So, if we are launching a product via video does our platform provide transcription for the hard of hearing?

Do we have every image described so that screen readers can explain what is happening for those who can’t see?

Is the language we are using simple and easy to understand?

If we are sending out products as part of our experiences have we considered the ability of our audiences to open?

Just because most people are at home doens’t mean they change who they are. Thinking about really effective and impactful experiences means thinking about all our audiences and imagining how we can create moments that reach all of them.

What skills do strategists need for experiential campaigns?


It might seem obvious. Experiential strategists need all the same skills as other strategists: critical thinking; curiosity; a love of the data and the ability to distill insights from it; understanding of people, how they work and how they don’t; ability to communicate; ability to collaborate; creativity. So far, so good.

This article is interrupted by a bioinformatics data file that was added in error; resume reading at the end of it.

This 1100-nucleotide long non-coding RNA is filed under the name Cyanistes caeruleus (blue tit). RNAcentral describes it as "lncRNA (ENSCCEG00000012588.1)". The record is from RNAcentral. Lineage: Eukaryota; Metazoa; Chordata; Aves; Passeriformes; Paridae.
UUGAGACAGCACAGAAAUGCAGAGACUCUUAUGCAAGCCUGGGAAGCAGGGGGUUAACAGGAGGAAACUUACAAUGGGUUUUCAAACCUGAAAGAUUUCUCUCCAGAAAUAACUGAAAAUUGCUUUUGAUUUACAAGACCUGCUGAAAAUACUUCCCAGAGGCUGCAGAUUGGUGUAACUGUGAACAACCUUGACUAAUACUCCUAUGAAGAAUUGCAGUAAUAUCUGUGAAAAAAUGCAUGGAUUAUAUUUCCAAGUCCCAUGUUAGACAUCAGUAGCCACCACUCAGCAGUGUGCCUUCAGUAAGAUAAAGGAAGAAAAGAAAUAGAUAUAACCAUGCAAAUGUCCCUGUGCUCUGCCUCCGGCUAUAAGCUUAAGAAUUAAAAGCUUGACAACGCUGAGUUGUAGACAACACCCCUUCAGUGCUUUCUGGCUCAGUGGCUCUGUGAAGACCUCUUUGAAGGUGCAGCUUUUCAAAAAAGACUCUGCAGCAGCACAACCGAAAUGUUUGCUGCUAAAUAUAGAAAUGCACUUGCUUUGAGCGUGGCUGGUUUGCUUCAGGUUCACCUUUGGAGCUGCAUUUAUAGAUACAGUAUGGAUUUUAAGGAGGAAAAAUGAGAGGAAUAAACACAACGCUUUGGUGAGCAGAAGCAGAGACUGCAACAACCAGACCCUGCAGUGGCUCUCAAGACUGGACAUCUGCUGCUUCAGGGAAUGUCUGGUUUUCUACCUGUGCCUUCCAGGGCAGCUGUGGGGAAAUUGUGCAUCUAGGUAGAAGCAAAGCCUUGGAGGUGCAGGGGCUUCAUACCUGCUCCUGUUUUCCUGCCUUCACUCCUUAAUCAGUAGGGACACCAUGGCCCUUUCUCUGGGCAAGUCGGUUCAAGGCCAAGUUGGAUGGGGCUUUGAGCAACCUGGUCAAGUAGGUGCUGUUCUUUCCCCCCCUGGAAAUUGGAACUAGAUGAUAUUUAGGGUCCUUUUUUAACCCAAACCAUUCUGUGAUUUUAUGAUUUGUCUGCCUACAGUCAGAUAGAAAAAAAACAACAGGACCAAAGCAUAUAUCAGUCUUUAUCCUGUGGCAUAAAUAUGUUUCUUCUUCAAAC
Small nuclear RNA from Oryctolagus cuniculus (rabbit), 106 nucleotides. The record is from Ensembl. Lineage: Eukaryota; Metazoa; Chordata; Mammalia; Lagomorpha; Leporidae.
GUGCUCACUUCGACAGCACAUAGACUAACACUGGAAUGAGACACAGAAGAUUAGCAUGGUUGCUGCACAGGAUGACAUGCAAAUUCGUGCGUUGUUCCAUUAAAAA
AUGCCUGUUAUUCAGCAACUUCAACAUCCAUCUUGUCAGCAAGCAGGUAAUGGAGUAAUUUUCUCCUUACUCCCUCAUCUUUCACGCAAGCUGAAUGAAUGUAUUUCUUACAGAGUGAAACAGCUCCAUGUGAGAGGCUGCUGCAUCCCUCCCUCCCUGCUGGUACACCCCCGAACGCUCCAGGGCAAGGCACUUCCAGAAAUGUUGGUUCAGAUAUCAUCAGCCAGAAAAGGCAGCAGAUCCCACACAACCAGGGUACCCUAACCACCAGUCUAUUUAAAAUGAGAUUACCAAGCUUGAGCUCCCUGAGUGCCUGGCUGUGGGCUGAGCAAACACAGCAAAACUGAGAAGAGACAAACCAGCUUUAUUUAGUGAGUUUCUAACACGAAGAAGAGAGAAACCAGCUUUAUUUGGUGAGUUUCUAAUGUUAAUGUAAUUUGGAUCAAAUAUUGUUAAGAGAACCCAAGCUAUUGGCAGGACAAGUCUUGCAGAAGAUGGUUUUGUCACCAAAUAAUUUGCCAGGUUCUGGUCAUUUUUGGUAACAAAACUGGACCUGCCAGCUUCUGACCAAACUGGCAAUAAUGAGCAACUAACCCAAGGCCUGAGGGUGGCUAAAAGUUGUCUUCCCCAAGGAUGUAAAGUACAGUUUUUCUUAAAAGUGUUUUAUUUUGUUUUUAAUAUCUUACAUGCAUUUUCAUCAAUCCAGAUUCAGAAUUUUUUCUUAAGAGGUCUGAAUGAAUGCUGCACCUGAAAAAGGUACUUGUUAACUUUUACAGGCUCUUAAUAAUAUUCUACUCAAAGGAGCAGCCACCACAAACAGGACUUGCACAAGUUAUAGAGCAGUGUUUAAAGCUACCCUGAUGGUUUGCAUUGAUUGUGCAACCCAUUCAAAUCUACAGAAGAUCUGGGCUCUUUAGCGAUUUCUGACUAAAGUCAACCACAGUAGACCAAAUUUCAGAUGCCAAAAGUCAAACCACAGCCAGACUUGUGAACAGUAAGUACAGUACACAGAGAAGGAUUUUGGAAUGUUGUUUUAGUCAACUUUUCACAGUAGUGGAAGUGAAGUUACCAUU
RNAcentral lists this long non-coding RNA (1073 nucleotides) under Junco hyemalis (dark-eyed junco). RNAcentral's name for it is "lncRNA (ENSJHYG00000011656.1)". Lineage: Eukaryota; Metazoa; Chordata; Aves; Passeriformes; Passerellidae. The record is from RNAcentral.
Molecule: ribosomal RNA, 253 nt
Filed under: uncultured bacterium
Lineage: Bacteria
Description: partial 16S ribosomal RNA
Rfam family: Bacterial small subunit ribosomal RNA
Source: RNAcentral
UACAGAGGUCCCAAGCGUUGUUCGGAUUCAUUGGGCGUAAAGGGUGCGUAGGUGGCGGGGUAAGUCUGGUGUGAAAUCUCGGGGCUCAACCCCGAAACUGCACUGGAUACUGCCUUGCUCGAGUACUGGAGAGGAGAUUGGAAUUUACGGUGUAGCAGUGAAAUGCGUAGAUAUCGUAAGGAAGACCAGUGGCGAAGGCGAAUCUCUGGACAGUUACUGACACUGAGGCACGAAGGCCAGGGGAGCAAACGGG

But to brief, and work with, experiential creatives there are other skills that flow from this list but which aren’t necessarily always found together with them. And these are the skills that make a strategist successful (or the opposite of course) in experiential campaigns.

No one is watching you

When you’re thinking about experiences you are never thinking about a short (30second), light-touch experience. Even the simplest experiential will take longer than 30 seconds, (including product sampling, which involves the first and second reads, the take and the environment, before you are able to walk off) and it won’t be only one channel you experience it through. You can’t assume focused attention in the vicinity of your message. It isn’t delivered to you by a platform.

Your creatives have to create the platform using all the channels at their disposal. Which leads us to…

Multiple-channels – One space

You have to think about multiple delivery systems working together – people, uniforms, film, print, 3d, sound, lighting, technology, content etc have to deliver your message coherently. Get one of these wrong and you fail to deliver on visitors, leads, sharability and ultimately business value. I’m not joking. Try getting leads with the best product specialist you have with an uninspiring brand film. Or an off-brand product specialist at a fabulous, on-brand one-off event. Let me know how you get on…